The global march of the new virus has sparked a strong appeal from the World Health Organization for governments to pull out “all the stops” to slow the epidemic, while it has dried up the color of India’s spring holidays, has closed the Church of the Nativity of Bethlehem and prevented Italians from visiting elderly relatives in nursing homes.
While China, after many difficult weeks, seemed to be winning its epic and costly battle against the new virus, the struggle was spreading to the newly affected areas of the world, sparking disruptions that profoundly affected billions of people.
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The United Nations health agency has urged all countries to “repel this virus”, a call for action reinforced by figures showing that there are now about 17 times more new infections outside of China than in it. To date, the virus has infected about 97,000 people and killed over 3,300.
“This is not a drill. This is not the time to give up. This is not an apology. This is the time to pull out all the stops,” said WHO Director-General Tedros Adhanom Ghebreyesus during a daily briefing. in Geneva.
“Countries have been planning scenarios like this for decades. Now is the time to act on those plans. “As Chinese manufacturers gradually reopened their factories, anti-virus barriers rose elsewhere.
In Italy, the epicenter of the European epidemic, workers in latex gloves have stuck “closed” notices on school gates, imposing a 10-day shutdown of the education system. Even fans crazy for sports in Italy are excluded from the stadiums until April 3.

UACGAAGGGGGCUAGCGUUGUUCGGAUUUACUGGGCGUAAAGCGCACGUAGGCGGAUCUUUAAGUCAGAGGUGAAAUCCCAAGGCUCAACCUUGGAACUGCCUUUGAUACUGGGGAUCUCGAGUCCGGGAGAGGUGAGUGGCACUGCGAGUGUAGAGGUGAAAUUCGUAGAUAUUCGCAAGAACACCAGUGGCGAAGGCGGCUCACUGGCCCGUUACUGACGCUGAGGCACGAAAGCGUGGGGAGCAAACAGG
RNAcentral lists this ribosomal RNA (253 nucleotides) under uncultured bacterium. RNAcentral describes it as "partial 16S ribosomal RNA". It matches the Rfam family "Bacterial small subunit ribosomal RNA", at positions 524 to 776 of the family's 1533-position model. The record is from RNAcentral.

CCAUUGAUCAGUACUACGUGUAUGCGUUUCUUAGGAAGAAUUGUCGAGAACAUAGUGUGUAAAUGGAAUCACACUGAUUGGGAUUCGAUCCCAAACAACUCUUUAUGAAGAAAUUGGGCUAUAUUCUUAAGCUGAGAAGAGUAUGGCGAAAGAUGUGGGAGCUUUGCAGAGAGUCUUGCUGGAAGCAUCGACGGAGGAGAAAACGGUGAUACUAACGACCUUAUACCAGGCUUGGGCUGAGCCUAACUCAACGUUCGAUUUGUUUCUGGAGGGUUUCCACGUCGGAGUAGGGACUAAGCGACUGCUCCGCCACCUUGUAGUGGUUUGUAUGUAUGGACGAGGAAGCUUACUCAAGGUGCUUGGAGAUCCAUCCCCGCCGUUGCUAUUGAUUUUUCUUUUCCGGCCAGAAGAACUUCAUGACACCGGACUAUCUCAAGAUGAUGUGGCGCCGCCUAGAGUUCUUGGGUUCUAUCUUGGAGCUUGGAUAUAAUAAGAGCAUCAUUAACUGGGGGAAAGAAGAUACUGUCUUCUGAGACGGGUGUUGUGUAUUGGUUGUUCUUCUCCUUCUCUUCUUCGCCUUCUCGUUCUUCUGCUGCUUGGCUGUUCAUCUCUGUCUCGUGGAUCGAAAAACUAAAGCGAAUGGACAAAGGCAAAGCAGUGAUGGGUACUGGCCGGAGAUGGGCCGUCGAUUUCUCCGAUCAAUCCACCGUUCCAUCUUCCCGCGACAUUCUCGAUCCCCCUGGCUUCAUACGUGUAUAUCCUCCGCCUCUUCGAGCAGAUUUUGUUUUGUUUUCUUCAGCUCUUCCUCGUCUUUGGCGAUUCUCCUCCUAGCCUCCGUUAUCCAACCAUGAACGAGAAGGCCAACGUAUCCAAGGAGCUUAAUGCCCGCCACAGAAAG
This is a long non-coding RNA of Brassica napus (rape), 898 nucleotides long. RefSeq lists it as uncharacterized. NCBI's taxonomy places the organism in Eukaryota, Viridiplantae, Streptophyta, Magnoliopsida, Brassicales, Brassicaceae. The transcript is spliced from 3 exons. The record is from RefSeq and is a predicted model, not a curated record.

A government decree that came into effect on Thursday urged the demonstrative citizens of the country to stay at least 1 meter apart, placed restrictions on visiting nursing homes and urged the elderly not to leave unless in case of absolute necessity.
This directive seemed to be largely ignored, as school closings at national level left many Italian children in the care of their grandparents. The parks of Rome overflowed with young and old, underestimating the government’s efforts to protect Italian elderly people from the virus that affects the elderly more severely than others. Italy has the oldest population in the world after Japan. The death toll in Italy rose to 148, and cases confirmed to 3858.
Lorenzo Romano, preparing lunch for his grandchildren, saw a positive side. “Overall, it makes me happy, because then I have them around me more,” he said.
Iran, which experienced 107 virus deaths, also closed schools and universities. Now it has introduced checkpoints to limit travel between major cities.
The Iranians have been urged to cut back on their use of paper money. In a series of bad news, Iranian President Hassan Rouhani urged state television to offer “happier” programs to entertain those stranded at home. “I urge all artists, scientists, psychologists and anyone who can make people smile, enter social media,” he said.
Brian Hook, United States Special Representative for Iran, said the United States offered humanitarian assistance to help Iran manage its outbreak, but “the regime has rejected the offer.” He said the offer would remain valid.
Fears of viruses have also influenced the joyful Indian celebration of Holi, where Hindu revelers celebrate the arrival of spring with explosions of color, including bright powders smeared on the faces. Prime Minister Narendra Modi and other leaders said they would not attend Holi events and the Holi Moo Festival in New Delhi was canceled.